While people are of course much more intelligent than social insects and do communicate, open access development uses essentially the same stigmergic mechanism (cf. Elliott, 2006, and the simulation by Robles et al., 2005): any new or revised document or software component uploaded to the site of a community is immediately scrutinized by the members of the community that are interested to use it. When one of them discovers a shortcoming, such as a bug, error or lacking functionality, that member will be inclined to either solve the problem him/herself, or at least point it out to the rest of the community, where it may again entice someone else to take up the problem.

Like stigmergic organization in insects (Bonabeau et al., 1999), the process is self-reinforcing or autocatalytic (Heylighen, 1999; Heylighen & Gershenson, 2003): the more high quality material is already available on the community site, the more people will be drawn to check it out, and thus the more people are available to improve it further. Thus, open access can profit from a positive feedback cycle that boosts successful projects. This explains the explosive growth of systems such as Wikipedia or Linux. (A possible disadvantage of such “rich get richer” dynamics is that equally valuable, competing projects, because of random fluctuations or sequence effects, may fail to get the critical mass necessary to “take off”.)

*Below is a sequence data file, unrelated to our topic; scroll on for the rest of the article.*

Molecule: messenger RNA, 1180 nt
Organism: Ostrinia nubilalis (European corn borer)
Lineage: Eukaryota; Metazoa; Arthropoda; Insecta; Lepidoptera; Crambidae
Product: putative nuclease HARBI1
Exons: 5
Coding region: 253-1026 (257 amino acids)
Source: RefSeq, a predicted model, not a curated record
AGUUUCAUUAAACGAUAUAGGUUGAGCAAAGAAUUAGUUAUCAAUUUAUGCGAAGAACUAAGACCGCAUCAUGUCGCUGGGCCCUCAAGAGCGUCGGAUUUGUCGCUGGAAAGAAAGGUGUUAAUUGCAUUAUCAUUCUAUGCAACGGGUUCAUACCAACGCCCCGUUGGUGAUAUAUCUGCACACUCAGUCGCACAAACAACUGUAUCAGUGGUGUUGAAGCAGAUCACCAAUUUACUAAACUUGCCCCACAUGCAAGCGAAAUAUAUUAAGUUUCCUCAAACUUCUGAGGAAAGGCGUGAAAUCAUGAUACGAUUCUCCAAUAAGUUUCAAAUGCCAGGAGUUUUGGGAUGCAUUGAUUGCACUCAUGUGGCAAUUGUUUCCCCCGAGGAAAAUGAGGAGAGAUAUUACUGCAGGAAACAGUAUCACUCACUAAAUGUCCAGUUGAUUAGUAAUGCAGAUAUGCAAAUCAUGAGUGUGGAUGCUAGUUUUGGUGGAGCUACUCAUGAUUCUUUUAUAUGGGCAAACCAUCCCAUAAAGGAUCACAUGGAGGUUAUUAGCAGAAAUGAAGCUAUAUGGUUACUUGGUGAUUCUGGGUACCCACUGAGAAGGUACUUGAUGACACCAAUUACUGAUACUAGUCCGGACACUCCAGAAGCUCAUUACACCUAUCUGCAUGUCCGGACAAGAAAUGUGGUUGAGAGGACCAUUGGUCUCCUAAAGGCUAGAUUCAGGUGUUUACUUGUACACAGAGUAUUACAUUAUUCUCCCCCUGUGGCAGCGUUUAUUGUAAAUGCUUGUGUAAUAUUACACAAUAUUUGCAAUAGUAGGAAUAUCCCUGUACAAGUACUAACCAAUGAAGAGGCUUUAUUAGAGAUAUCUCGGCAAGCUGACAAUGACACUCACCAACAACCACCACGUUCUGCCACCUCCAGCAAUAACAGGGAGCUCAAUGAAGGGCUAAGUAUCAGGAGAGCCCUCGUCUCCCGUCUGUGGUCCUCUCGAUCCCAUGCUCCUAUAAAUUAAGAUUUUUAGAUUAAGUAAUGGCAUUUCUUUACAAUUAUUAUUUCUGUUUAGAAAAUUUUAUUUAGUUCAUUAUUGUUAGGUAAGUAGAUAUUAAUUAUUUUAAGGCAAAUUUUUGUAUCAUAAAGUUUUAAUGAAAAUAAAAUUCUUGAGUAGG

While most large-scale open access projects (such as Linux) have one or a few central figures (such as Linus Torvalds) that determine the general direction in which the project is headed, this control is much less strict than in traditional hierarchical organizations. Most of the work is typically performed in a distributed, self-organizing way. The lack of precise planning is more than compensated for by the fact that information about the present state of the project is completely and freely available, allowing anyone to contribute to anything at any moment. This provides for a much larger diversity of perspectives and experiences that are applied to finding and tackling problems, resulting in what Raymond (1999) calls Linus’ Law: “given enough eyeballs, all bugs are shallow”. Moreover, since contributors select the tasks they work on themselves, they tend to be more interested, motivated and knowledgeable about these tasks.

In this way, open access development fully profits from the evolutionary dynamic of variation, recombination and selection (van Wendel de Joode, 2004; Muffatto & Faldani, 2003). Openness attracts a greater number and diversity of participants, increasing the likeliness of cross-fertilization of their ideas into new combinations.

This strongly accelerates the variation that is necessary to produce evolutionary novelty. This large and diverse community moreover enhances selection, since the new ideas will be tested in many more different circumstances, thus systematically eliminating the errors and weaknesses that might not have shown in a more homogeneous environment. All in all, this leads to greater flexibility, innovation, and reliability.